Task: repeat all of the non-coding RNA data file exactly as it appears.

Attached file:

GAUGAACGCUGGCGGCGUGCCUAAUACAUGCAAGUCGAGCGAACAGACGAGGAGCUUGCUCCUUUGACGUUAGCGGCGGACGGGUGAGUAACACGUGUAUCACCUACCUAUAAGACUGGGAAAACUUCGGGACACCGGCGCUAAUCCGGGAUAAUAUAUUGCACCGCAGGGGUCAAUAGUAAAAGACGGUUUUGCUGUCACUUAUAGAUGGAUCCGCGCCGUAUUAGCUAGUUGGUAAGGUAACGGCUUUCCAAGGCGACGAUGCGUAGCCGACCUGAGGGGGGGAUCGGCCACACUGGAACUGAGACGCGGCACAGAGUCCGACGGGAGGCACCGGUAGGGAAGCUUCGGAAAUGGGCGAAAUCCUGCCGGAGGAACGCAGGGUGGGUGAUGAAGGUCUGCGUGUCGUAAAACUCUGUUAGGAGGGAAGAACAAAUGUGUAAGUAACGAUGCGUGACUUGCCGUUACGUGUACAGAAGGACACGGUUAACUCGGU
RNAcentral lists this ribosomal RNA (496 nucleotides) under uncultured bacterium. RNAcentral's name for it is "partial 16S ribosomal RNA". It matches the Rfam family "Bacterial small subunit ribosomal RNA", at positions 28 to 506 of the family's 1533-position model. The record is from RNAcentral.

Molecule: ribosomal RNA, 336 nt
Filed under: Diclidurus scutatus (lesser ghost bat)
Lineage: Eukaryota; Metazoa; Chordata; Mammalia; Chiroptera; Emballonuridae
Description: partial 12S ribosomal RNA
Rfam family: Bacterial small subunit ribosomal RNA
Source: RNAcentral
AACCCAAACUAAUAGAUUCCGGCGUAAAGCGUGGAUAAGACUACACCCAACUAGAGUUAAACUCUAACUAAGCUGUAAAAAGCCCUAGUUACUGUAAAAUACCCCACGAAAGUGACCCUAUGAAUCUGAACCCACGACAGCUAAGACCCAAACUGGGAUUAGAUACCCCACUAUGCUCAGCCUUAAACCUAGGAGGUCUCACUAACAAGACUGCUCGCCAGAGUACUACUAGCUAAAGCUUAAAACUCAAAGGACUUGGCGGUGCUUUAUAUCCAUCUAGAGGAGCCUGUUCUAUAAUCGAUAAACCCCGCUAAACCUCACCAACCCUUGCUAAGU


GAUGAACGCUGGCGGCGUGCCUAAUACAUGCAAGUCGAGCGAACAGACGAGGAGCUUGCUCCUUUGACGUUAGCGGCGGACGGGUGAGUAACACGUGUAUCACCUACCUAUAAGACUGGGAAAACUUCGGGACACCGGCGCUAAUCCGGGAUAAUAUAUUGCACCGCAGGGGUCAAUAGUAAAAGACGGUUUUGCUGUCACUUAUAGAUGGAUCCGCGCCGUAUUAGCUAGUUGGUAAGGUAACGGCUUUCCAAGGCGACGAUGCGUAGCCGACCUGAGGGGGGGAUCGGCCACACUGGAACUGAGACGCGGCACAGAGUCCGACGGGAGGCACCGGUAGGGAAGCUUCGGAAAUGGGCGAAAUCCUGCCGGAGGAACGCAGGGUGGGUGAUGAAGGUCUGCGUGUCGUAAAACUCUGUUAGGAGGGAAGAACAAAUGUGUAAGUAACGAUGCGUGACUUGCCGUUACGUGUACAGAAGGACACGGUUAACUCGGU
RNAcentral lists this ribosomal RNA (496 nucleotides) under uncultured bacterium. RNAcentral's name for it is "partial 16S ribosomal RNA". It matches the Rfam family "Bacterial small subunit ribosomal RNA", at positions 28 to 506 of the family's 1533-position model. The record is from RNAcentral.

Molecule: ribosomal RNA, 336 nt
Filed under: Diclidurus scutatus (lesser ghost bat)
Lineage: Eukaryota; Metazoa; Chordata; Mammalia; Chiroptera; Emballonuridae
Description: partial 12S ribosomal RNA
Rfam family: Bacterial small subunit ribosomal RNA
Source: RNAcentral
AACCCAAACUAAUAGAUUCCGGCGUAAAGCGUGGAUAAGACUACACCCAACUAGAGUUAAACUCUAACUAAGCUGUAAAAAGCCCUAGUUACUGUAAAAUACCCCACGAAAGUGACCCUAUGAAUCUGAACCCACGACAGCUAAGACCCAAACUGGGAUUAGAUACCCCACUAUGCUCAGCCUUAAACCUAGGAGGUCUCACUAACAAGACUGCUCGCCAGAGUACUACUAGCUAAAGCUUAAAACUCAAAGGACUUGGCGGUGCUUUAUAUCCAUCUAGAGGAGCCUGUUCUAUAAUCGAUAAACCCCGCUAAACCUCACCAACCCUUGCUAAGU